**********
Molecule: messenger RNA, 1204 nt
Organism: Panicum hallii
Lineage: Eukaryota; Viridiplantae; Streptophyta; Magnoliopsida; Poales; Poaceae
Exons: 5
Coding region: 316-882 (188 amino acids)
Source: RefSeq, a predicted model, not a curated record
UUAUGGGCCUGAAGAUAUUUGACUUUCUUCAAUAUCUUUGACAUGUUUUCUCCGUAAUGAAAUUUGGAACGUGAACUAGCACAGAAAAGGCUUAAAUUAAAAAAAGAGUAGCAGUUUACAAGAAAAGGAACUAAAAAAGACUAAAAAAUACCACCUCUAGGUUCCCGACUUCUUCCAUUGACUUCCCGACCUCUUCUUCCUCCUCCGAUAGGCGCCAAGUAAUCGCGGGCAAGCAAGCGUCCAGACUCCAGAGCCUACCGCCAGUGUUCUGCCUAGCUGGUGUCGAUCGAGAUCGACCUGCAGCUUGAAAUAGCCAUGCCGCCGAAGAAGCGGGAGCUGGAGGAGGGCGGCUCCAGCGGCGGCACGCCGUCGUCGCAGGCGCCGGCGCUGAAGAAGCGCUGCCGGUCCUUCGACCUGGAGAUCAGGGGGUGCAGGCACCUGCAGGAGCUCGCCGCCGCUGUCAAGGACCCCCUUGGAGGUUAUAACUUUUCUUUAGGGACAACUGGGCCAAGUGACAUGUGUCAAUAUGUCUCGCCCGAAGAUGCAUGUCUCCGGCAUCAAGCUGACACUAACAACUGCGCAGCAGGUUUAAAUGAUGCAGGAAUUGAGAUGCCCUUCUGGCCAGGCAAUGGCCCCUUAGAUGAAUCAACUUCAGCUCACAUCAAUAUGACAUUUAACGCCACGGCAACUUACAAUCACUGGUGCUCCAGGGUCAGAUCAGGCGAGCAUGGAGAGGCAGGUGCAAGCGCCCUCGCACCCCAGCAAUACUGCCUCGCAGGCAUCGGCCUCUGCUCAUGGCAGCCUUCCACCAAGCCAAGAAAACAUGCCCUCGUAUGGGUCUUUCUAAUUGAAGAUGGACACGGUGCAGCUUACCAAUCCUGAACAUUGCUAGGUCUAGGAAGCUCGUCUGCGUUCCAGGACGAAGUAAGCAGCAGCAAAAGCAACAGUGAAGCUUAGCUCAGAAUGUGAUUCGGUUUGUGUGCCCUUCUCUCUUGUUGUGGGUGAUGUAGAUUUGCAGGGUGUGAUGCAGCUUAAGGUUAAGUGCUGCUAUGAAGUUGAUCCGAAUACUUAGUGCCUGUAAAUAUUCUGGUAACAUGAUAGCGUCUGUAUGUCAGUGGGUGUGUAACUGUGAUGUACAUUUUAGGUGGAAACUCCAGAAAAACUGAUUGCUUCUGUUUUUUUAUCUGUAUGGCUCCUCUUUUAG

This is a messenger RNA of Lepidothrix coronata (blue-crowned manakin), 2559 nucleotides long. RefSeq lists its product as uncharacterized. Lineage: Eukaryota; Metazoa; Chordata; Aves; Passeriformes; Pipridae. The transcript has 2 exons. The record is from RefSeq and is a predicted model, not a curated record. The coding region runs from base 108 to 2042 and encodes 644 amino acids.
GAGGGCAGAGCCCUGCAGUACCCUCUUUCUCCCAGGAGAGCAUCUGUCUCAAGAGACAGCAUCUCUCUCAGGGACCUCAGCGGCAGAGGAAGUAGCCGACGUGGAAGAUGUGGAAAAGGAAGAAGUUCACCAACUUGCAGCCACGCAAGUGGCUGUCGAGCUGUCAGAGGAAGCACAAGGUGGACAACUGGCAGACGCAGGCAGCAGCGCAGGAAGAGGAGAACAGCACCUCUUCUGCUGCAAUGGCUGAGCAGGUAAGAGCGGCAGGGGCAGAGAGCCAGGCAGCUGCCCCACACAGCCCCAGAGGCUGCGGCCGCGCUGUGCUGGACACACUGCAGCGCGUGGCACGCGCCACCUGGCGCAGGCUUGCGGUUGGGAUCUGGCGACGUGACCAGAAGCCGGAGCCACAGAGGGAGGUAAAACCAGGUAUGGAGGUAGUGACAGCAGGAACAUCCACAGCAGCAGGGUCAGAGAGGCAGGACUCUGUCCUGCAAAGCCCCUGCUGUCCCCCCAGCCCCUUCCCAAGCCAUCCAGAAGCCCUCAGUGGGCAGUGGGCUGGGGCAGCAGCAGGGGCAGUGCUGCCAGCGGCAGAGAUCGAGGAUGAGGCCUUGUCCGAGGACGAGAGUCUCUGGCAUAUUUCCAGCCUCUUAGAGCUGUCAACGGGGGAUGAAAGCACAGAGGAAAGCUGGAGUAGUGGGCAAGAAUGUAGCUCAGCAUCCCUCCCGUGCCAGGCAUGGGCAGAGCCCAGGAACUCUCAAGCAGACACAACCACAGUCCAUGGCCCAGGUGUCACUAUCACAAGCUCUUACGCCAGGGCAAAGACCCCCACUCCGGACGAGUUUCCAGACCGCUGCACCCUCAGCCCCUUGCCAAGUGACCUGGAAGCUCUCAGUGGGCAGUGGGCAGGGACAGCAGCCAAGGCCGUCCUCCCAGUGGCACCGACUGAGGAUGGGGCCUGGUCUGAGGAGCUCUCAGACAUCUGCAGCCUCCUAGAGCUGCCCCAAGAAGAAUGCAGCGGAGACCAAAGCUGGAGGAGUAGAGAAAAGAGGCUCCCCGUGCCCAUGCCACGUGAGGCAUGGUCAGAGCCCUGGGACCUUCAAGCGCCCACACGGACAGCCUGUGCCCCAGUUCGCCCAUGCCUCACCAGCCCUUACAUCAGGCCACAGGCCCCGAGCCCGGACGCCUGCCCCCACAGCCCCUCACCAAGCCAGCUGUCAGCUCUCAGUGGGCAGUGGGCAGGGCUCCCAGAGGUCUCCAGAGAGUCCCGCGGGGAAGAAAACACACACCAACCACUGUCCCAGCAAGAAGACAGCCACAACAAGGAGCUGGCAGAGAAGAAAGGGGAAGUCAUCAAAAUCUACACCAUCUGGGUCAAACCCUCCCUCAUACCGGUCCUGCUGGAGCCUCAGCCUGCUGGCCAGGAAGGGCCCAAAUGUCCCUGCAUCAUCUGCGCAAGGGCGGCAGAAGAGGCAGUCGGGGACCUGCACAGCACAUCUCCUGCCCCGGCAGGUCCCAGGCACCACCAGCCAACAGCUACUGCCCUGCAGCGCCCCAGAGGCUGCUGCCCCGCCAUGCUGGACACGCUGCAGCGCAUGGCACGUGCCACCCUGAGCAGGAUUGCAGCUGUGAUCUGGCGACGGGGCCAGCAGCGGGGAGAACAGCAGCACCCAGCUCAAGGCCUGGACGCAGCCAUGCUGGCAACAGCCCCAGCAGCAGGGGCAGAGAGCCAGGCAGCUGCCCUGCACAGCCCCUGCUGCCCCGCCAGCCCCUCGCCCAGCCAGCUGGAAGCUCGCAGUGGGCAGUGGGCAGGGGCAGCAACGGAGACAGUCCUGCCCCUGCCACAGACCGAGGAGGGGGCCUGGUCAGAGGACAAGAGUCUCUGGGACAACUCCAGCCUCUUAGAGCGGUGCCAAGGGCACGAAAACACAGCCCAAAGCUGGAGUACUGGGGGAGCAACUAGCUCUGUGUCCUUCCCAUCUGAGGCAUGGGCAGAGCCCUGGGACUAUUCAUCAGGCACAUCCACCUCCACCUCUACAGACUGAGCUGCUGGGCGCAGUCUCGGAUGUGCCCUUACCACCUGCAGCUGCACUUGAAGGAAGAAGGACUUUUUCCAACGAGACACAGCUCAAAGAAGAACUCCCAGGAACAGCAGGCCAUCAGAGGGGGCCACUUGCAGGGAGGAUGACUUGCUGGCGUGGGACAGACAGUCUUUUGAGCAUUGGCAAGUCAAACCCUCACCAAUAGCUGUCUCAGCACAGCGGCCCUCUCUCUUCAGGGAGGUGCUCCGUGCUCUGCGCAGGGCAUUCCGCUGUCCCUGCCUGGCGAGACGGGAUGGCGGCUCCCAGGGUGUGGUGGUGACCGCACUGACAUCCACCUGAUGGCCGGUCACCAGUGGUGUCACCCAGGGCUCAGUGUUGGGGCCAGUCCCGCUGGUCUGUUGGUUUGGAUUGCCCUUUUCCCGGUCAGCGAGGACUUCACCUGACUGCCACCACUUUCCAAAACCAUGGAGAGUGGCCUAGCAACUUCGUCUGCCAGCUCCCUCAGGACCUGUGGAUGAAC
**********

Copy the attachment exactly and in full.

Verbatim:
Molecule: messenger RNA, 1204 nt
Organism: Panicum hallii
Lineage: Eukaryota; Viridiplantae; Streptophyta; Magnoliopsida; Poales; Poaceae
Exons: 5
Coding region: 316-882 (188 amino acids)
Source: RefSeq, a predicted model, not a curated record
UUAUGGGCCUGAAGAUAUUUGACUUUCUUCAAUAUCUUUGACAUGUUUUCUCCGUAAUGAAAUUUGGAACGUGAACUAGCACAGAAAAGGCUUAAAUUAAAAAAAGAGUAGCAGUUUACAAGAAAAGGAACUAAAAAAGACUAAAAAAUACCACCUCUAGGUUCCCGACUUCUUCCAUUGACUUCCCGACCUCUUCUUCCUCCUCCGAUAGGCGCCAAGUAAUCGCGGGCAAGCAAGCGUCCAGACUCCAGAGCCUACCGCCAGUGUUCUGCCUAGCUGGUGUCGAUCGAGAUCGACCUGCAGCUUGAAAUAGCCAUGCCGCCGAAGAAGCGGGAGCUGGAGGAGGGCGGCUCCAGCGGCGGCACGCCGUCGUCGCAGGCGCCGGCGCUGAAGAAGCGCUGCCGGUCCUUCGACCUGGAGAUCAGGGGGUGCAGGCACCUGCAGGAGCUCGCCGCCGCUGUCAAGGACCCCCUUGGAGGUUAUAACUUUUCUUUAGGGACAACUGGGCCAAGUGACAUGUGUCAAUAUGUCUCGCCCGAAGAUGCAUGUCUCCGGCAUCAAGCUGACACUAACAACUGCGCAGCAGGUUUAAAUGAUGCAGGAAUUGAGAUGCCCUUCUGGCCAGGCAAUGGCCCCUUAGAUGAAUCAACUUCAGCUCACAUCAAUAUGACAUUUAACGCCACGGCAACUUACAAUCACUGGUGCUCCAGGGUCAGAUCAGGCGAGCAUGGAGAGGCAGGUGCAAGCGCCCUCGCACCCCAGCAAUACUGCCUCGCAGGCAUCGGCCUCUGCUCAUGGCAGCCUUCCACCAAGCCAAGAAAACAUGCCCUCGUAUGGGUCUUUCUAAUUGAAGAUGGACACGGUGCAGCUUACCAAUCCUGAACAUUGCUAGGUCUAGGAAGCUCGUCUGCGUUCCAGGACGAAGUAAGCAGCAGCAAAAGCAACAGUGAAGCUUAGCUCAGAAUGUGAUUCGGUUUGUGUGCCCUUCUCUCUUGUUGUGGGUGAUGUAGAUUUGCAGGGUGUGAUGCAGCUUAAGGUUAAGUGCUGCUAUGAAGUUGAUCCGAAUACUUAGUGCCUGUAAAUAUUCUGGUAACAUGAUAGCGUCUGUAUGUCAGUGGGUGUGUAACUGUGAUGUACAUUUUAGGUGGAAACUCCAGAAAAACUGAUUGCUUCUGUUUUUUUAUCUGUAUGGCUCCUCUUUUAG

This is a messenger RNA of Lepidothrix coronata (blue-crowned manakin), 2559 nucleotides long. RefSeq lists its product as uncharacterized. Lineage: Eukaryota; Metazoa; Chordata; Aves; Passeriformes; Pipridae. The transcript has 2 exons. The record is from RefSeq and is a predicted model, not a curated record. The coding region runs from base 108 to 2042 and encodes 644 amino acids.
GAGGGCAGAGCCCUGCAGUACCCUCUUUCUCCCAGGAGAGCAUCUGUCUCAAGAGACAGCAUCUCUCUCAGGGACCUCAGCGGCAGAGGAAGUAGCCGACGUGGAAGAUGUGGAAAAGGAAGAAGUUCACCAACUUGCAGCCACGCAAGUGGCUGUCGAGCUGUCAGAGGAAGCACAAGGUGGACAACUGGCAGACGCAGGCAGCAGCGCAGGAAGAGGAGAACAGCACCUCUUCUGCUGCAAUGGCUGAGCAGGUAAGAGCGGCAGGGGCAGAGAGCCAGGCAGCUGCCCCACACAGCCCCAGAGGCUGCGGCCGCGCUGUGCUGGACACACUGCAGCGCGUGGCACGCGCCACCUGGCGCAGGCUUGCGGUUGGGAUCUGGCGACGUGACCAGAAGCCGGAGCCACAGAGGGAGGUAAAACCAGGUAUGGAGGUAGUGACAGCAGGAACAUCCACAGCAGCAGGGUCAGAGAGGCAGGACUCUGUCCUGCAAAGCCCCUGCUGUCCCCCCAGCCCCUUCCCAAGCCAUCCAGAAGCCCUCAGUGGGCAGUGGGCUGGGGCAGCAGCAGGGGCAGUGCUGCCAGCGGCAGAGAUCGAGGAUGAGGCCUUGUCCGAGGACGAGAGUCUCUGGCAUAUUUCCAGCCUCUUAGAGCUGUCAACGGGGGAUGAAAGCACAGAGGAAAGCUGGAGUAGUGGGCAAGAAUGUAGCUCAGCAUCCCUCCCGUGCCAGGCAUGGGCAGAGCCCAGGAACUCUCAAGCAGACACAACCACAGUCCAUGGCCCAGGUGUCACUAUCACAAGCUCUUACGCCAGGGCAAAGACCCCCACUCCGGACGAGUUUCCAGACCGCUGCACCCUCAGCCCCUUGCCAAGUGACCUGGAAGCUCUCAGUGGGCAGUGGGCAGGGACAGCAGCCAAGGCCGUCCUCCCAGUGGCACCGACUGAGGAUGGGGCCUGGUCUGAGGAGCUCUCAGACAUCUGCAGCCUCCUAGAGCUGCCCCAAGAAGAAUGCAGCGGAGACCAAAGCUGGAGGAGUAGAGAAAAGAGGCUCCCCGUGCCCAUGCCACGUGAGGCAUGGUCAGAGCCCUGGGACCUUCAAGCGCCCACACGGACAGCCUGUGCCCCAGUUCGCCCAUGCCUCACCAGCCCUUACAUCAGGCCACAGGCCCCGAGCCCGGACGCCUGCCCCCACAGCCCCUCACCAAGCCAGCUGUCAGCUCUCAGUGGGCAGUGGGCAGGGCUCCCAGAGGUCUCCAGAGAGUCCCGCGGGGAAGAAAACACACACCAACCACUGUCCCAGCAAGAAGACAGCCACAACAAGGAGCUGGCAGAGAAGAAAGGGGAAGUCAUCAAAAUCUACACCAUCUGGGUCAAACCCUCCCUCAUACCGGUCCUGCUGGAGCCUCAGCCUGCUGGCCAGGAAGGGCCCAAAUGUCCCUGCAUCAUCUGCGCAAGGGCGGCAGAAGAGGCAGUCGGGGACCUGCACAGCACAUCUCCUGCCCCGGCAGGUCCCAGGCACCACCAGCCAACAGCUACUGCCCUGCAGCGCCCCAGAGGCUGCUGCCCCGCCAUGCUGGACACGCUGCAGCGCAUGGCACGUGCCACCCUGAGCAGGAUUGCAGCUGUGAUCUGGCGACGGGGCCAGCAGCGGGGAGAACAGCAGCACCCAGCUCAAGGCCUGGACGCAGCCAUGCUGGCAACAGCCCCAGCAGCAGGGGCAGAGAGCCAGGCAGCUGCCCUGCACAGCCCCUGCUGCCCCGCCAGCCCCUCGCCCAGCCAGCUGGAAGCUCGCAGUGGGCAGUGGGCAGGGGCAGCAACGGAGACAGUCCUGCCCCUGCCACAGACCGAGGAGGGGGCCUGGUCAGAGGACAAGAGUCUCUGGGACAACUCCAGCCUCUUAGAGCGGUGCCAAGGGCACGAAAACACAGCCCAAAGCUGGAGUACUGGGGGAGCAACUAGCUCUGUGUCCUUCCCAUCUGAGGCAUGGGCAGAGCCCUGGGACUAUUCAUCAGGCACAUCCACCUCCACCUCUACAGACUGAGCUGCUGGGCGCAGUCUCGGAUGUGCCCUUACCACCUGCAGCUGCACUUGAAGGAAGAAGGACUUUUUCCAACGAGACACAGCUCAAAGAAGAACUCCCAGGAACAGCAGGCCAUCAGAGGGGGCCACUUGCAGGGAGGAUGACUUGCUGGCGUGGGACAGACAGUCUUUUGAGCAUUGGCAAGUCAAACCCUCACCAAUAGCUGUCUCAGCACAGCGGCCCUCUCUCUUCAGGGAGGUGCUCCGUGCUCUGCGCAGGGCAUUCCGCUGUCCCUGCCUGGCGAGACGGGAUGGCGGCUCCCAGGGUGUGGUGGUGACCGCACUGACAUCCACCUGAUGGCCGGUCACCAGUGGUGUCACCCAGGGCUCAGUGUUGGGGCCAGUCCCGCUGGUCUGUUGGUUUGGAUUGCCCUUUUCCCGGUCAGCGAGGACUUCACCUGACUGCCACCACUUUCCAAAACCAUGGAGAGUGGCCUAGCAACUUCGUCUGCCAGCUCCCUCAGGACCUGUGGAUGAAC